I thought I would add some notes on my photographs. I started taking photos of railways in 1970, initially on an Ilfomatic. Some photos from this are on this site. I progressed to 35mm, ending up in 1978 with an Olympus OM1. More recently into the 90s, advances in 35mm compacts meant I tended to use a Yashica T4 for a lot of pictures. It is a very portable camera, takes superb pictures, problem being there is so little to take photos of these days. Most of my photos up to 20 years ago were taken on black and white, I went onto colour print, and then rediscovered colour slides.  Main ingredients I find for good photos are sharp lenses, and getting the light in the right place.

I have acquired a digital compact camera.  It is useful for model photos, with its extraordinary depth of field. However, relying on one format for photography can mean problems, so I still use 35mm slide film occasionally as a back up. Digital does get backed up onto several copies, but you never know.

It's the camera in your pocket that gets the pictures, as Galen Rowles said F8 and be there. So I haven't been encouraged to get a DSLR yet.

The pictures in this site have mostly been selected from my files. There is a mixture of colour/black and white. Some of them I will admit are not as sharp as they could be, they were taken a long time ago.

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You can send me an e-mail at



Unfortunately Spam mail has started to reach me via the web site, please replace the + sign with an @ sign, and the dashes with dots




Somerset County Council

An extensive site with local details.

Clive Williams Station Photo Index

A good starting point, saves hours of trudging through magazines link working 12/13

Historical Model Railway Society

The HMRS website

Clutton Village

The 'Homepage' for the village, with some photo's, stories, local gossip etc

Building History

Dating buildings and mapping

Bodleian Library Map Room


Economic History resources

Of use

British Car Webs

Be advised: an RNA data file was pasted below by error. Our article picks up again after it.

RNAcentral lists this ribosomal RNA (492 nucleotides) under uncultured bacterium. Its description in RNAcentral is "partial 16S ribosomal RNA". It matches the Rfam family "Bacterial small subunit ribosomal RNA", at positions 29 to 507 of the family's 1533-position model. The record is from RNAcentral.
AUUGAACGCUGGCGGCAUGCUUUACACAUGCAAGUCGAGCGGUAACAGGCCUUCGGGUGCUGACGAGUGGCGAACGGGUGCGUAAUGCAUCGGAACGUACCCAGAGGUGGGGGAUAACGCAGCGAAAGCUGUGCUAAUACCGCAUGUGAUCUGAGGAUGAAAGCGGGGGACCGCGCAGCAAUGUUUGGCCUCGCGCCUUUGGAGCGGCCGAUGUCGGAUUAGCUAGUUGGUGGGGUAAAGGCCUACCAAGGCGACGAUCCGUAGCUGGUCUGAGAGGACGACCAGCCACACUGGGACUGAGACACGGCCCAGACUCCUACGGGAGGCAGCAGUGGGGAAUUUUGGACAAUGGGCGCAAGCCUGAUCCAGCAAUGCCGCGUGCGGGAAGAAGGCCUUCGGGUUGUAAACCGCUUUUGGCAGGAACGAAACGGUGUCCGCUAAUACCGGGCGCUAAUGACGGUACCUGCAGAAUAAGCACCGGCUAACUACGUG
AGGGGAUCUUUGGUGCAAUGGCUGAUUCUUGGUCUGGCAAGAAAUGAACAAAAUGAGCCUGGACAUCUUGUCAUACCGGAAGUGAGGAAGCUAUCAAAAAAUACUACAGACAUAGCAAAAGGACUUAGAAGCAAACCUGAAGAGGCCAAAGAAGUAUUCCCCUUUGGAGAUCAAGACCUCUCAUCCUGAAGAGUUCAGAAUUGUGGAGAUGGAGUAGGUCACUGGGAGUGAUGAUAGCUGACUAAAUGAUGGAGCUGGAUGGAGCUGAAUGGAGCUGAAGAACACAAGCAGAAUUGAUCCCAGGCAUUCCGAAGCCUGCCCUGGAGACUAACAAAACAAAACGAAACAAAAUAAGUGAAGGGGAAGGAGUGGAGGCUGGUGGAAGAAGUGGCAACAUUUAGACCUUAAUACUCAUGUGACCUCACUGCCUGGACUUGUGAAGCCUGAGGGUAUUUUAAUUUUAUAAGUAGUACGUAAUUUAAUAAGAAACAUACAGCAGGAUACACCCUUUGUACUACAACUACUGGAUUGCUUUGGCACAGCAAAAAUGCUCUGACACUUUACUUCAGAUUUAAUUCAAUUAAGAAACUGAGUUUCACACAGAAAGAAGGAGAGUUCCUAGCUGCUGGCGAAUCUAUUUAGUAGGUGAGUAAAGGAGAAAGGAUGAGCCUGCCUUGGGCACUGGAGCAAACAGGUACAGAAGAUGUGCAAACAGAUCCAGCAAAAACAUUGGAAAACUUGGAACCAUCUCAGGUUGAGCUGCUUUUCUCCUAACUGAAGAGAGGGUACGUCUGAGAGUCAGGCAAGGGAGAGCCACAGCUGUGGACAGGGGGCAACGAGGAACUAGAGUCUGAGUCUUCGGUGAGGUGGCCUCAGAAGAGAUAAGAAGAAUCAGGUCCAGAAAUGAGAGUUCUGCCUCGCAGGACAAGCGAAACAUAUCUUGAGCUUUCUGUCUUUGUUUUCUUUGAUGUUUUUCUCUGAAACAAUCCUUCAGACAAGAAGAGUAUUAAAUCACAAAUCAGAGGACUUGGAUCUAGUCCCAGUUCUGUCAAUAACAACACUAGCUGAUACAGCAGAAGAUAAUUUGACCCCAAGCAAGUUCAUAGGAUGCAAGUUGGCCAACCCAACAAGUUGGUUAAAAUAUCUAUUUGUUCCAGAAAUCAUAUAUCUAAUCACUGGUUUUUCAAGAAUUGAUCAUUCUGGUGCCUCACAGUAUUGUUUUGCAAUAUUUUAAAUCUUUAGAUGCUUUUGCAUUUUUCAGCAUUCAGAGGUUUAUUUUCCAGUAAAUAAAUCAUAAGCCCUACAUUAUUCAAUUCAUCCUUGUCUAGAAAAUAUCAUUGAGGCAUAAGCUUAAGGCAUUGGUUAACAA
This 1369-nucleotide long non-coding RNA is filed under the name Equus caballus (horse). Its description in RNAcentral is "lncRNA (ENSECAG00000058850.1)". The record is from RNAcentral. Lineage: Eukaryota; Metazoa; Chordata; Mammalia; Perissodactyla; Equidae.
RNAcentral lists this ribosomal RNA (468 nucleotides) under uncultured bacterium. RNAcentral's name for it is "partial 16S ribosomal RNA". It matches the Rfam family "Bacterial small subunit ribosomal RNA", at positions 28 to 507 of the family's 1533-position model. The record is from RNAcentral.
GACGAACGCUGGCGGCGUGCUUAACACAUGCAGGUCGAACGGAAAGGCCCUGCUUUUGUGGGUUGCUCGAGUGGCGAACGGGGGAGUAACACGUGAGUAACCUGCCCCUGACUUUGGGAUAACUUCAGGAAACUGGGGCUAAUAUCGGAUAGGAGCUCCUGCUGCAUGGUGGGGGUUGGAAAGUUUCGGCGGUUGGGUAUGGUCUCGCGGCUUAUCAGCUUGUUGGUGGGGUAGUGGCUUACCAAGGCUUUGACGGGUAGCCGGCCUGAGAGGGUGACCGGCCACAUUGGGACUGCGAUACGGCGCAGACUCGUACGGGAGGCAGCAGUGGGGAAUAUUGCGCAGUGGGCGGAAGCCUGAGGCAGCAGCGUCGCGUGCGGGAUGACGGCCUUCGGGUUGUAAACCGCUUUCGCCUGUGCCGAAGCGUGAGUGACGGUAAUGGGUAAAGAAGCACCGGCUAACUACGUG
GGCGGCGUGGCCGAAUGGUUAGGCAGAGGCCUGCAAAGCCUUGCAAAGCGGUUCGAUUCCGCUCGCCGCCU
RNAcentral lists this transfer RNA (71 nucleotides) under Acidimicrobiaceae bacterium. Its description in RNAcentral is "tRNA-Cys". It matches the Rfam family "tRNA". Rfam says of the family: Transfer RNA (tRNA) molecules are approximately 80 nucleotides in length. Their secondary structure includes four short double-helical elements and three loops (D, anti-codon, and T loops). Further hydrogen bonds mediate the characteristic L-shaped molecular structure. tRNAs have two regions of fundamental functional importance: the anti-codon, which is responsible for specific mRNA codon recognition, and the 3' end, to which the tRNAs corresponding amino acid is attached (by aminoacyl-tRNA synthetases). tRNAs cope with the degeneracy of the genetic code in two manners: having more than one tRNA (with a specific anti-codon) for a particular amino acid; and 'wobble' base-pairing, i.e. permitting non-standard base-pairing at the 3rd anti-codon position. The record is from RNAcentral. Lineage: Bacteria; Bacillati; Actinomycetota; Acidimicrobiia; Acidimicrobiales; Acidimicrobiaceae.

Could be useful, but too many broken links

English weights & measures


Historic Maps

The older OS series maps

Industrial Railway Society


Mainly Trains

Online shopping - dangerous

Church plans

Very useful for modelling purposes

Kidderminster Museum

Museum and photofairs

Railfan Users

Very extensive, but unindexed photographs site

RailWest Home Page

Chris Osment's site

Severn Valley Railway S&T

A very good site for signalling details

The Signal Box Home Signal

A very useful site

The Titfield Thunderbolt

Simon Castens' bookshop in Larkhall, Bath

UK Heritage Railways

Links to the preservationist's sites.

Irail links Site

A useful links site

GWR Modeling site

Some useful information



Exhibitions etc

I attend a maximum of three shows per year, the future bookings are:

Trainwest (Corsham) April 2016

Railex May 2016

Tolworth 2016

Scaleforum 2017

ExpoEM 2018

Railwells 2018 Will be Clutton's final public show

Watch this space for announcements about further exhibition appearances.

Previously at:

Railwells 1991,

Railwells 1993

Railwells 1994

Westinghouse 1994

Railwells 1997

Railwells 2001

Scaleforum 2004

Clutton (youth club) 2004

Clutton (youth club) 2005

York 2006

Railex 2006

Expo EM 2007

GW Expo 2007

Warley 2007

Peterborough 2008

Harrogate 2009

Birmingham (Redditch) 2009

Stafford 2010 (Best in show)

Middlesborough 2010

Cardiff 2010

Southampton 2011(Best in show)

Ally Pally 2011

Scaleforum 2011 (Ken York Trophy)

Worcester 2012

ExpoEM 2012 (Peter Denny Cup) 25th show

St Albans 2013 (Dennis Moore Cup)

Scalefour North 2013 (Walton Evans Trophy)

Wigan 2013

Epsom 2014

Woking 2014

Utrecht 2015

Magazines & DVDs

You can read about Clutton in British Railway Modelling Vol 14, No 10 (January 2007) and Model Railway Journal 163, Train Miniature No 147 (French).  

It also appears on the Railway Channel DVD No 1 now available on Youtube, and the Steam Era Model Railway layouts Volume 6 by There are a number of videos on Youtube, just search on Clutton.

Whitchurch appears briefly on the DCC Expert video